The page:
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Protect Your Assets In A Split

Protect Your Assets In A Split

If your relationship ends, your ex could get half your assets. Family law expert Debbie Dunbar, of Morrison Kent, explains how to safeguard yourself.

19 October 2021

You’ve probably heard the horror stories, or maybe you, or someone you know, has been left broke after splitting up with a partner. In New Zealand, if a couple has been in a qualifying relationship for three years or more, the general rule is all of their relationship property will be divided equally if they split.

What is a qualifying relationship?

The law defines a qualifying relationship as a de facto relationship, marriage, or civil union. Marriages and civil unions are easy to define, because you have a certificate. A de facto relationship is between people who aren’t married or in a civil union, aged over 18, and who live together as a couple.

The tricky part can be determining whether people are ‘living together as a couple’. It’s possible to be deemed to be living together as a couple, even if you have not physically moved bags and boxes in together. The law says that all circumstances of the relationship are taken into account, including things like how long you’ve been together, the nature of the relationship and where you live, your finances, property you might own, your level of commitment, and the care and support of children. These factors are just a guide, and situations are assessed case by case.

What is relationship property?

Relationship property can include your family home and contents, vehicles, savings, KiwiSaver savings, any other assets, and debts gained during the relationship.

Assets initially viewed as separate property, for example money inherited, can become relationship property, depending upon what you do with the money. For example, if you use an inheritance to reduce the mortgage on your family home, it could then form part of your relationship property. Working out what’s relationship property and how it’s divided can be complex, and varies hugely between different couples.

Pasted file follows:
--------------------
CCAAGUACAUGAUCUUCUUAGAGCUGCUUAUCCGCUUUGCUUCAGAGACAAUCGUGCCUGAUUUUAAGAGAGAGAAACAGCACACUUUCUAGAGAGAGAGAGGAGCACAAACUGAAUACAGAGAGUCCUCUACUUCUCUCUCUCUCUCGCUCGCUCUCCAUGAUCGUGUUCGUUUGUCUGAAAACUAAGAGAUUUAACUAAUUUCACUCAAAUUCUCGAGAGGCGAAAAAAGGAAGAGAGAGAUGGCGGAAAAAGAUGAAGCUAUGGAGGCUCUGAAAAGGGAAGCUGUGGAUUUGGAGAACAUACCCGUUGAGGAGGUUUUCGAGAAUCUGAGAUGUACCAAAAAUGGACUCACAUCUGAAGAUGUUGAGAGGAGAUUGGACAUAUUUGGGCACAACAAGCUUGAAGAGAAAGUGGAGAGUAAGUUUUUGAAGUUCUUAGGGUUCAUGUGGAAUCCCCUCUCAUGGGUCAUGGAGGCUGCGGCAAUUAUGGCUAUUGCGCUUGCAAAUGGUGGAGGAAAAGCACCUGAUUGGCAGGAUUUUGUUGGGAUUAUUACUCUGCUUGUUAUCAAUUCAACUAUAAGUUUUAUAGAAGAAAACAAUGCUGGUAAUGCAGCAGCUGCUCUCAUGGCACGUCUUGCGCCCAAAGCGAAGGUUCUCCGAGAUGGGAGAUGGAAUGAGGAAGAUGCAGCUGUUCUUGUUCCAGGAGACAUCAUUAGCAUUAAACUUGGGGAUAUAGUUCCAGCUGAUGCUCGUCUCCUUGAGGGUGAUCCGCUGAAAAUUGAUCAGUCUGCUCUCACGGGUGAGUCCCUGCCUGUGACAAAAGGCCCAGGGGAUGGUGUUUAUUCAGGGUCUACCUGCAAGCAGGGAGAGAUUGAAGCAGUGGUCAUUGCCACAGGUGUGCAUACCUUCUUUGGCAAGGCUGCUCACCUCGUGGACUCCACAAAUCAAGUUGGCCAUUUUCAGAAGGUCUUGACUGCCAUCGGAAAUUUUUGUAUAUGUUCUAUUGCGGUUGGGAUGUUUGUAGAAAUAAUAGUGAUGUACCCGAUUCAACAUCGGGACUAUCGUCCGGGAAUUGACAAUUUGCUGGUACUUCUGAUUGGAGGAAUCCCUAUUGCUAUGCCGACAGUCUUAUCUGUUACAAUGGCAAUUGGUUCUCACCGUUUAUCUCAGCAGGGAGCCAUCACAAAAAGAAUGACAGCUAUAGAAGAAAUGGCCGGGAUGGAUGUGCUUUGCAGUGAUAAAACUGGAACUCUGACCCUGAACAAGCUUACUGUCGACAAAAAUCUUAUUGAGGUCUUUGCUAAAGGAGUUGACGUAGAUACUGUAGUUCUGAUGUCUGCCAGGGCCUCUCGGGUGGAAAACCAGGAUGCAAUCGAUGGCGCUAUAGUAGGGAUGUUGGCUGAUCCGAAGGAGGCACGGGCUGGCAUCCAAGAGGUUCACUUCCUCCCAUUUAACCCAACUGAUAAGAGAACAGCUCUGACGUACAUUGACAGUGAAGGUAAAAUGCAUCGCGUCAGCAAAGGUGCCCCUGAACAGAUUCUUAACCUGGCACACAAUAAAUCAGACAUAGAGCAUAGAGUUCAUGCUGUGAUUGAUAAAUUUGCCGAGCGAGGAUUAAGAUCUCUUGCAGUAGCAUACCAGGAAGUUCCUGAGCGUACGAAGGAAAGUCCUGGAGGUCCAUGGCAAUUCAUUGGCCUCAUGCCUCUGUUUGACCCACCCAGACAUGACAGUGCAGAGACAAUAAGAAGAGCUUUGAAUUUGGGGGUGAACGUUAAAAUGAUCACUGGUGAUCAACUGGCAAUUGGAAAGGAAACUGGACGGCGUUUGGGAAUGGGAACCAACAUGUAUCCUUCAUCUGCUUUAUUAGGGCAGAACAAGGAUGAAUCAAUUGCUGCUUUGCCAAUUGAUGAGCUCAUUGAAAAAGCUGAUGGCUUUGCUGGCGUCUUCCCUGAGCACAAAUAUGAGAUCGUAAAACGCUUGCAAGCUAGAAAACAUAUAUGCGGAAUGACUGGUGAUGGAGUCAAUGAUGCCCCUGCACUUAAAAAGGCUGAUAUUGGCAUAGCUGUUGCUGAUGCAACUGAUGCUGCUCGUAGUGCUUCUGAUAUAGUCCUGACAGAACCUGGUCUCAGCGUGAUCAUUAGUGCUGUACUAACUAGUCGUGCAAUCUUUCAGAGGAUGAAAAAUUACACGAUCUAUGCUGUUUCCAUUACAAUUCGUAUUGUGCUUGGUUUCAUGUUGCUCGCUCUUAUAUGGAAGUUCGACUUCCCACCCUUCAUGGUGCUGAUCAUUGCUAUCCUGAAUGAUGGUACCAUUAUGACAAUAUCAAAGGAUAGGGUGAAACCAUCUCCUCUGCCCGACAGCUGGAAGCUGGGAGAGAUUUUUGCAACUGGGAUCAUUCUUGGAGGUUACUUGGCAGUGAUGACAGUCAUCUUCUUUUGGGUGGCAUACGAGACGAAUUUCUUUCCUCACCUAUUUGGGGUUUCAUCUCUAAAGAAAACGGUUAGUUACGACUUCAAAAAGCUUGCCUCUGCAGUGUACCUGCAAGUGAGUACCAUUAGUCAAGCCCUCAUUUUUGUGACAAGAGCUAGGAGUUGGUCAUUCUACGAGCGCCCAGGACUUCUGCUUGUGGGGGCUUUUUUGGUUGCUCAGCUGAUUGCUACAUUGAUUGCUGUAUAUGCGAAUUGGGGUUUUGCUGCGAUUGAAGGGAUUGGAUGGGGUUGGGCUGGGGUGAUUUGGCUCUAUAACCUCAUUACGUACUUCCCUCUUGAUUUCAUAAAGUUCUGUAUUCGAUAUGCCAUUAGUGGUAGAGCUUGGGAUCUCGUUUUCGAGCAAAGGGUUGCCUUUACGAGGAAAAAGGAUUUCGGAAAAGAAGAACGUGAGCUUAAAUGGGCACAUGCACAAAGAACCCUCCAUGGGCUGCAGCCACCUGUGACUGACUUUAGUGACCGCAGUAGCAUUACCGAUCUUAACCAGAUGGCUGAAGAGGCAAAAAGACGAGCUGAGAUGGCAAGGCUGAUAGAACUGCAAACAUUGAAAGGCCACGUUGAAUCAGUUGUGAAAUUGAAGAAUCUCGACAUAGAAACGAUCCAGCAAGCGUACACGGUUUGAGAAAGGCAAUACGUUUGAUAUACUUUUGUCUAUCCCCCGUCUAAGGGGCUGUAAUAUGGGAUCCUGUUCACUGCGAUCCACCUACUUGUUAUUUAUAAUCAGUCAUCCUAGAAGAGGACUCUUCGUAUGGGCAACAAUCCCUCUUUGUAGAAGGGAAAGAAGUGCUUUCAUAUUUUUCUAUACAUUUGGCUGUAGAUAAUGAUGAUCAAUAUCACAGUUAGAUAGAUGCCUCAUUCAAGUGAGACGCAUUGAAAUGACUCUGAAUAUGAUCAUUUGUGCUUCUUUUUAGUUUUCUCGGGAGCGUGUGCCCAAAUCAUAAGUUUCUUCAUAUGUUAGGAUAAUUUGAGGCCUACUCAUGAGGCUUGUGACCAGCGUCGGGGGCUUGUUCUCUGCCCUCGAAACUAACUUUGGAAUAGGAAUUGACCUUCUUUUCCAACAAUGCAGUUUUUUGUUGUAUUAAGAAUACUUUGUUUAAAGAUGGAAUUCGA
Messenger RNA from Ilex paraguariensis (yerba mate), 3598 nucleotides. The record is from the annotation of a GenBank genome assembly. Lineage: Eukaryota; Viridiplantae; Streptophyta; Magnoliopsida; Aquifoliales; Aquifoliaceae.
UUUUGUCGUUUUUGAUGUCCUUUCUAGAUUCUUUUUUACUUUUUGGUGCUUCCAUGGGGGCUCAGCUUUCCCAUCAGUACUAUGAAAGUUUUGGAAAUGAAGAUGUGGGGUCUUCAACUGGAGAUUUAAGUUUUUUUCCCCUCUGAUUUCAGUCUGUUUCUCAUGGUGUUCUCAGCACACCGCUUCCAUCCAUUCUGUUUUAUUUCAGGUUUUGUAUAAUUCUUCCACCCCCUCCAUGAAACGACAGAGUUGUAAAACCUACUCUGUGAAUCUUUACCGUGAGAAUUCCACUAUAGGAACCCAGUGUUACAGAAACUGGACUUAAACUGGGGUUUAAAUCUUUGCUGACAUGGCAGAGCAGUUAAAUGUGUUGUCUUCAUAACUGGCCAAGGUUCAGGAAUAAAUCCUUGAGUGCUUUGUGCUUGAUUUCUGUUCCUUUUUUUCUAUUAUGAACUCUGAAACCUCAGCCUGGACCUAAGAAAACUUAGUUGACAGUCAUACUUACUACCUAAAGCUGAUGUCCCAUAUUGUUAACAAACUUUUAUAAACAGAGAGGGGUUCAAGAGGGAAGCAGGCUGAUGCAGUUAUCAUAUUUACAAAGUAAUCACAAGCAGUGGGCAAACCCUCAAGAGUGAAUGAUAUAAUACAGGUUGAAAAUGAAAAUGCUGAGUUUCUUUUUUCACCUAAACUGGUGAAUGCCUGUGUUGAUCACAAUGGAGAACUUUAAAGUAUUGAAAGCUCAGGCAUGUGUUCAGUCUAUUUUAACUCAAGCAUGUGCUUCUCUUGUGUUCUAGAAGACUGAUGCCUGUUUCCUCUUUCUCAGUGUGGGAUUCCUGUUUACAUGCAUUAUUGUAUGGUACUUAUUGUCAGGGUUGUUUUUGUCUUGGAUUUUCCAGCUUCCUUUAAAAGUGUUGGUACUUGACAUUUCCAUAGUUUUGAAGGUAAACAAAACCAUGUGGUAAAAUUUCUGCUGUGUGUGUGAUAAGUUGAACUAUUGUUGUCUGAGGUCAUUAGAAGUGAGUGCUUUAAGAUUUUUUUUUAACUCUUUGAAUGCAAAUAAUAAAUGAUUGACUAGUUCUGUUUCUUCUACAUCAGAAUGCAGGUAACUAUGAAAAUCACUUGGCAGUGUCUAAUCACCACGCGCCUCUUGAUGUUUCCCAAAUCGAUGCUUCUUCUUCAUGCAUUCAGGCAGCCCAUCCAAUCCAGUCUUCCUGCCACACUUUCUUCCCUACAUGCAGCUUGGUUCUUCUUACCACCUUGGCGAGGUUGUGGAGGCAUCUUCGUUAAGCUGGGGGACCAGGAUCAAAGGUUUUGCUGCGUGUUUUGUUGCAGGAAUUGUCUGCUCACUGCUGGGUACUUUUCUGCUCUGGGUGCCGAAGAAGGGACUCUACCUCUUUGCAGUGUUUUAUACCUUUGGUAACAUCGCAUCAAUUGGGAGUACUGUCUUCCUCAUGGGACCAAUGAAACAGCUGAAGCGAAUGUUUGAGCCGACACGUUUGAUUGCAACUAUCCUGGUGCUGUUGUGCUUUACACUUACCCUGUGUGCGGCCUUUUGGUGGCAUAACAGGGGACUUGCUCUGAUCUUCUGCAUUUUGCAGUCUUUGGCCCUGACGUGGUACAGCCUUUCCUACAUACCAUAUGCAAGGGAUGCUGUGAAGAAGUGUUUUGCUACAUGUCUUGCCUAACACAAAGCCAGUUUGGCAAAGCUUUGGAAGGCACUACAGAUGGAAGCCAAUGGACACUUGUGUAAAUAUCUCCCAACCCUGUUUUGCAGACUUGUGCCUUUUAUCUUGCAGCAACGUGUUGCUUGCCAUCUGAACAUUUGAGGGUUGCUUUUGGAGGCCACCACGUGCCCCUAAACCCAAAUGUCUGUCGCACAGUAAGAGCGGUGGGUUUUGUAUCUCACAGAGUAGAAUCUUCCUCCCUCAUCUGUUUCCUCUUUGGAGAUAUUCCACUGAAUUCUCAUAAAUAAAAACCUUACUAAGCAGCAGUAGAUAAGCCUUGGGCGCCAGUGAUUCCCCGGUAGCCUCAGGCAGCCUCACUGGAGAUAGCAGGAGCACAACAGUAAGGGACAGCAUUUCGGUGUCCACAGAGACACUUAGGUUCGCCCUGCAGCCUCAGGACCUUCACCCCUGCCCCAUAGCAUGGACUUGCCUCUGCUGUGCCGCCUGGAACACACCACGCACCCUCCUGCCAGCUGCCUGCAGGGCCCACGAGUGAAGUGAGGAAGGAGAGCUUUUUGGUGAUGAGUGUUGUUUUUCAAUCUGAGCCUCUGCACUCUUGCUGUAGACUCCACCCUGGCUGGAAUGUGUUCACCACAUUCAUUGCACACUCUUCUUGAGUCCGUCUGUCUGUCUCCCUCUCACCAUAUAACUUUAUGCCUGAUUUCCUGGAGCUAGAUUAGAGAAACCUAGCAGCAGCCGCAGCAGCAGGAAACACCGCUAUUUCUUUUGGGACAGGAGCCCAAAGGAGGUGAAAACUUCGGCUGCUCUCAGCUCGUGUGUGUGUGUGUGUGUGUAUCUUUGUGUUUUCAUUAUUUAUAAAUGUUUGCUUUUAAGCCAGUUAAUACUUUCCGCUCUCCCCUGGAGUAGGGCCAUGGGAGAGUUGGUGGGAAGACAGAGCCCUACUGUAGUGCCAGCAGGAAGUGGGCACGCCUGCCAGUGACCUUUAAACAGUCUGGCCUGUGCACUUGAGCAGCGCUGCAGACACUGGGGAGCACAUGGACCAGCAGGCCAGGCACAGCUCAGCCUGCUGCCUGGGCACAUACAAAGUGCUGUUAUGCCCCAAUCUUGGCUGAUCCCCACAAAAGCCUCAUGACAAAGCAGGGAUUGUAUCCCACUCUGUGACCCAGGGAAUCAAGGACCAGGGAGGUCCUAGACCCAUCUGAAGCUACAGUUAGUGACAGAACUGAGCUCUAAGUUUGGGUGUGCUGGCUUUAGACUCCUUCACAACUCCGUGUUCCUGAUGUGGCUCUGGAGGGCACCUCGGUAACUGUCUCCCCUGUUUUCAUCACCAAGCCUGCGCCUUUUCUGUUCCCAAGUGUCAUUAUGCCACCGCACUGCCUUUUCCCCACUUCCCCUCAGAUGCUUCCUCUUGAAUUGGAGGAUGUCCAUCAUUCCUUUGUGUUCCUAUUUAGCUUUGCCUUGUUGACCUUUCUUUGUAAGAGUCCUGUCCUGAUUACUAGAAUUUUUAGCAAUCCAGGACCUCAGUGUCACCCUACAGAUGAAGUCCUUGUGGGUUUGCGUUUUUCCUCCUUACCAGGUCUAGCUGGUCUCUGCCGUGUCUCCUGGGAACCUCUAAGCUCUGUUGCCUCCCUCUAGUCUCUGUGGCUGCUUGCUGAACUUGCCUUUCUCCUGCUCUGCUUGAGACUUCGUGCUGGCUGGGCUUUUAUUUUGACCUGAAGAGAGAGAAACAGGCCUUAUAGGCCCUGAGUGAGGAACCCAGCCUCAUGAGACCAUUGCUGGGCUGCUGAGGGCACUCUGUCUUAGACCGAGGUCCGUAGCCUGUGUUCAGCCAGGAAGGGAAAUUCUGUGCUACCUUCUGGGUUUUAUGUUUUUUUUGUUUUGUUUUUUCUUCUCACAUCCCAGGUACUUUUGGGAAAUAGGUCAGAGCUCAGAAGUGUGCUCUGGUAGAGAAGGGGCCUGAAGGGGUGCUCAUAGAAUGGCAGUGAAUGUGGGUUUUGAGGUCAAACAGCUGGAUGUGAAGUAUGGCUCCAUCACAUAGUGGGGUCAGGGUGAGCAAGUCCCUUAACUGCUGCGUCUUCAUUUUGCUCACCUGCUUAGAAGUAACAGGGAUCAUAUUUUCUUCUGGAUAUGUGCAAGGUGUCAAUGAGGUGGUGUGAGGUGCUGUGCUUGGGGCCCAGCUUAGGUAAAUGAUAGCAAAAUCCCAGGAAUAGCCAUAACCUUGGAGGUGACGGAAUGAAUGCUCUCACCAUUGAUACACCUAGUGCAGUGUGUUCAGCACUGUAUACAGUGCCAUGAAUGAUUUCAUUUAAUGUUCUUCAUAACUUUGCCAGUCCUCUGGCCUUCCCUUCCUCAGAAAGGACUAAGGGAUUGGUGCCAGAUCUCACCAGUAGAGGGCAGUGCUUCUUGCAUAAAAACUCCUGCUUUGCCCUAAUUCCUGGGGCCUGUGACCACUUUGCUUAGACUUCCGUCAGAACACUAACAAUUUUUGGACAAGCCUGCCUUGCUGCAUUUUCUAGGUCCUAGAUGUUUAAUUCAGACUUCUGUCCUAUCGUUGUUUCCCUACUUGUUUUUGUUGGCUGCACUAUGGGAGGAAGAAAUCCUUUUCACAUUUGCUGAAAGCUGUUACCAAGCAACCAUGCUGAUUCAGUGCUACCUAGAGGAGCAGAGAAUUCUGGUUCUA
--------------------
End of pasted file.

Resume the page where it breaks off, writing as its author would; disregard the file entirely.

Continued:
Can I protect my assets?

If you don’t want to halve your assets, you might consider a Contracting Out Agreement (also known as a prenup or Relationship Property Agreement) that defines how assets and debts will be divided if you separate.

Setting up a trust could be another layer of protection, depending on when it is set up and how it is operated. Or, you might want to do both. A common situation is when a couple is buying a first home together, and one partner is contributing more than the other, for example, one partner has NZ$100,000 in savings, and the other partner only has NZ$10,000 to contribute.

To protect those cash contributions as separate property, they’ll need to enter into a Contracting Out Agreement. The Agreement will record what happens if they split up. For example, each party will receive their cash contributions back and any property value increase, or reduction in mortgage, will be shared equally.

Contracting Out Agreements

You can enter into a Contracting Out Agreement at any stage of a relationship.For the agreement to be binding, it must be in writing and signed by both parties. Each party must have independent legal advice before signing, and a lawyer must witness each party’s signature. Contracting Out Agreements may be challenged. Get advice from an expert, to make sure your agreement is as watertight as possible. Review the agreement regularly to make sure it stands the test of time.

Published 25 November 2019

There are a number of exceptions to the general rule which may affect the division of relationship property. Expert advice should be sought when considering contracting out. The information in this advertorial should not be seen as legal advice or relied upon for that purpose. If you're interested in further details regarding relationship property, please contact our specialist family lawyers on 0508 472 0020.

This article does not contain any financial advice and has not taken into account any particular person’s circumstances. Before relying on it, we recommend you speak with a financial adviser. This story reflects the views of the contributor only. Content comes from sources that we consider are accurate, but we do not guarantee that the content is accurate.

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